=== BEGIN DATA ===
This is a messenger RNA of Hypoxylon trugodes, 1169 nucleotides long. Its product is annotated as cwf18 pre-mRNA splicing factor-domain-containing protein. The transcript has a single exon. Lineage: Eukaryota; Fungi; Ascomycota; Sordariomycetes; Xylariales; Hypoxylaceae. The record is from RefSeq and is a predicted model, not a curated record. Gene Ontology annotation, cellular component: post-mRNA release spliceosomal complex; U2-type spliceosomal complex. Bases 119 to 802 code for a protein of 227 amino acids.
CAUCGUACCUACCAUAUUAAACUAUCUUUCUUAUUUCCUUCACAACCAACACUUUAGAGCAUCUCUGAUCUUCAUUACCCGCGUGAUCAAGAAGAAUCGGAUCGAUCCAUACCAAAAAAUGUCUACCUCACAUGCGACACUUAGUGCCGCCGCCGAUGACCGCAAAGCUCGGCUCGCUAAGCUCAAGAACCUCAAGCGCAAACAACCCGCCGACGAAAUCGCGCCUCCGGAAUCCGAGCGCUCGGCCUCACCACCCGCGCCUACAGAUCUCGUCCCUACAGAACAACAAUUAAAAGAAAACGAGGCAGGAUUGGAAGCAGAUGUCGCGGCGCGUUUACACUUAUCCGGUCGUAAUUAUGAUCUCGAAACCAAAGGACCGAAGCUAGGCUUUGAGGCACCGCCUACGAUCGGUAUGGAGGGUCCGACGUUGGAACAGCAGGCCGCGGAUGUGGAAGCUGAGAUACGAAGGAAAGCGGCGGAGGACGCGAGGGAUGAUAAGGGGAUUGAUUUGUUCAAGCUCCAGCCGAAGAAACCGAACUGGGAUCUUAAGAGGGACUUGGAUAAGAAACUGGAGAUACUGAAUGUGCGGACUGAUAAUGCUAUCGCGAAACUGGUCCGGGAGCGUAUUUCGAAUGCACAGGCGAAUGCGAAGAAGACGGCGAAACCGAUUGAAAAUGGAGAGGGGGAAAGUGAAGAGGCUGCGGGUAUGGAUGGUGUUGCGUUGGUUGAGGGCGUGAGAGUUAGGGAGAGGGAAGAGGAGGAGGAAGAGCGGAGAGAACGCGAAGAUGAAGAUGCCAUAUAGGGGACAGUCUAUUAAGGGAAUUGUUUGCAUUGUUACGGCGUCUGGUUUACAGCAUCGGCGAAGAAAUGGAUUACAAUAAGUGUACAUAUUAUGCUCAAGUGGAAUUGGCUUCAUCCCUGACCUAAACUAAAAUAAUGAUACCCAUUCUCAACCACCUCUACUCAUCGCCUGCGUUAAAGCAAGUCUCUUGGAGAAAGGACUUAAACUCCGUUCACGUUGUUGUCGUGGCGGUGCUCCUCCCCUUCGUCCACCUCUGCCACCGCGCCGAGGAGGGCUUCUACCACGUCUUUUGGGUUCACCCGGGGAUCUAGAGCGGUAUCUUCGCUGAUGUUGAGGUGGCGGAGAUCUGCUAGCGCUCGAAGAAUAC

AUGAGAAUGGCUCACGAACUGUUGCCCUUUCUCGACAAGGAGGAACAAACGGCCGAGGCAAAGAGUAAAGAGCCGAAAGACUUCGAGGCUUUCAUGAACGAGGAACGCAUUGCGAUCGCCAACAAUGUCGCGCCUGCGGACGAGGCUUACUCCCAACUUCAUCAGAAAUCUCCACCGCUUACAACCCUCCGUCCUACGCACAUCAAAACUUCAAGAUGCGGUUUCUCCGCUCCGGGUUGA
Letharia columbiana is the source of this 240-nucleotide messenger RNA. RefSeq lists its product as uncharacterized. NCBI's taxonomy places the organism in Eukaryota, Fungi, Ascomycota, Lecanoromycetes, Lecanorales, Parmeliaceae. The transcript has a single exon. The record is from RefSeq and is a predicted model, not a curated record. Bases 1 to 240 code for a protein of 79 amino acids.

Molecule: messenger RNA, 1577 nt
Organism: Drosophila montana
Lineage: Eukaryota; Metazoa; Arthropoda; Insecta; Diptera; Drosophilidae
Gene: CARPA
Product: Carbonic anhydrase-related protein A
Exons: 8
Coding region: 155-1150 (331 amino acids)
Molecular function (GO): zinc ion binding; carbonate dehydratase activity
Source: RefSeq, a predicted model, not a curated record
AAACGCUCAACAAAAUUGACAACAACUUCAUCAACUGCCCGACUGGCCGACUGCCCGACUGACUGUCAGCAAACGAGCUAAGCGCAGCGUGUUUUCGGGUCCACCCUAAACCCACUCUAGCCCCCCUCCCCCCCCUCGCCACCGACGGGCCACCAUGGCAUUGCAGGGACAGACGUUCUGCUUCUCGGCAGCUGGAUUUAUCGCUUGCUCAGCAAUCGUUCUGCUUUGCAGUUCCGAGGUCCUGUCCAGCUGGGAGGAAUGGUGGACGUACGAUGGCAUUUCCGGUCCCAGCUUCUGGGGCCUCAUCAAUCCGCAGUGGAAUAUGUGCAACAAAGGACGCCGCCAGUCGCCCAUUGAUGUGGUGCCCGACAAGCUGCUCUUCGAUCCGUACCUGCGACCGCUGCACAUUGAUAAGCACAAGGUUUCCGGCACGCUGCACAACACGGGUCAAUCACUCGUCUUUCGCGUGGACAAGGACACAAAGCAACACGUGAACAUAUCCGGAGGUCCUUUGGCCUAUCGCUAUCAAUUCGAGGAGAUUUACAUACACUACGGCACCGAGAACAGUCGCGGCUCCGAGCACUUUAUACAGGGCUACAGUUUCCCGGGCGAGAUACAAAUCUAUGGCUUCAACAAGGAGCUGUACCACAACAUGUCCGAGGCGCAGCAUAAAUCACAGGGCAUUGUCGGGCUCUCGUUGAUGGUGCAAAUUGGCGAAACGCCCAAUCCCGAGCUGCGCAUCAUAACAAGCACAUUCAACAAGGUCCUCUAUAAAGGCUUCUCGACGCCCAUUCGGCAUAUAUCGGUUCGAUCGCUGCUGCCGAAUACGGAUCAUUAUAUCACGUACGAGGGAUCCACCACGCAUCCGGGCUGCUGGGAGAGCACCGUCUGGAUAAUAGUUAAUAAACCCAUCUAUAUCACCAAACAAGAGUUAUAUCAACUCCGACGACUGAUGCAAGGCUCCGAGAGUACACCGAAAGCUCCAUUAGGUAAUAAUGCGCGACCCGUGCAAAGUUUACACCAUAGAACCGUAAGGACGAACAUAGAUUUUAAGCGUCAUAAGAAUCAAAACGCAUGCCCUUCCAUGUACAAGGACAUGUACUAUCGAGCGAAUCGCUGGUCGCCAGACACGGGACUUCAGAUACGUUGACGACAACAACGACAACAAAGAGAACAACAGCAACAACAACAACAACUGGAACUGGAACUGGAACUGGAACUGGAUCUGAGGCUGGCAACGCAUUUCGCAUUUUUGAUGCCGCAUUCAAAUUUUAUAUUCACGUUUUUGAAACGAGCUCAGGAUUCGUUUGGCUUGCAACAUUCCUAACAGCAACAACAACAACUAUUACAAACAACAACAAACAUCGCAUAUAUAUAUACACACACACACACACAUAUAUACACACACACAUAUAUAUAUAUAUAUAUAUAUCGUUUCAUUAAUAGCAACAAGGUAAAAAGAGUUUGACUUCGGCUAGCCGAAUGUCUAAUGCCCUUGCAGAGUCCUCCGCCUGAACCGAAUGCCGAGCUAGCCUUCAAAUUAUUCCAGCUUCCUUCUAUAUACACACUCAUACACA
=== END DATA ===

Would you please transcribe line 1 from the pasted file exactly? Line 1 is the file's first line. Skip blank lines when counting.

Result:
This is a messenger RNA of Hypoxylon trugodes, 1169 nucleotides long. Its product is annotated as cwf18 pre-mRNA splicing factor-domain-containing protein. The transcript has a single exon. Lineage: Eukaryota; Fungi; Ascomycota; Sordariomycetes; Xylariales; Hypoxylaceae. The record is from RefSeq and is a predicted model, not a curated record. Gene Ontology annotation, cellular component: post-mRNA release spliceosomal complex; U2-type spliceosomal complex. Bases 119 to 802 code for a protein of 227 amino acids.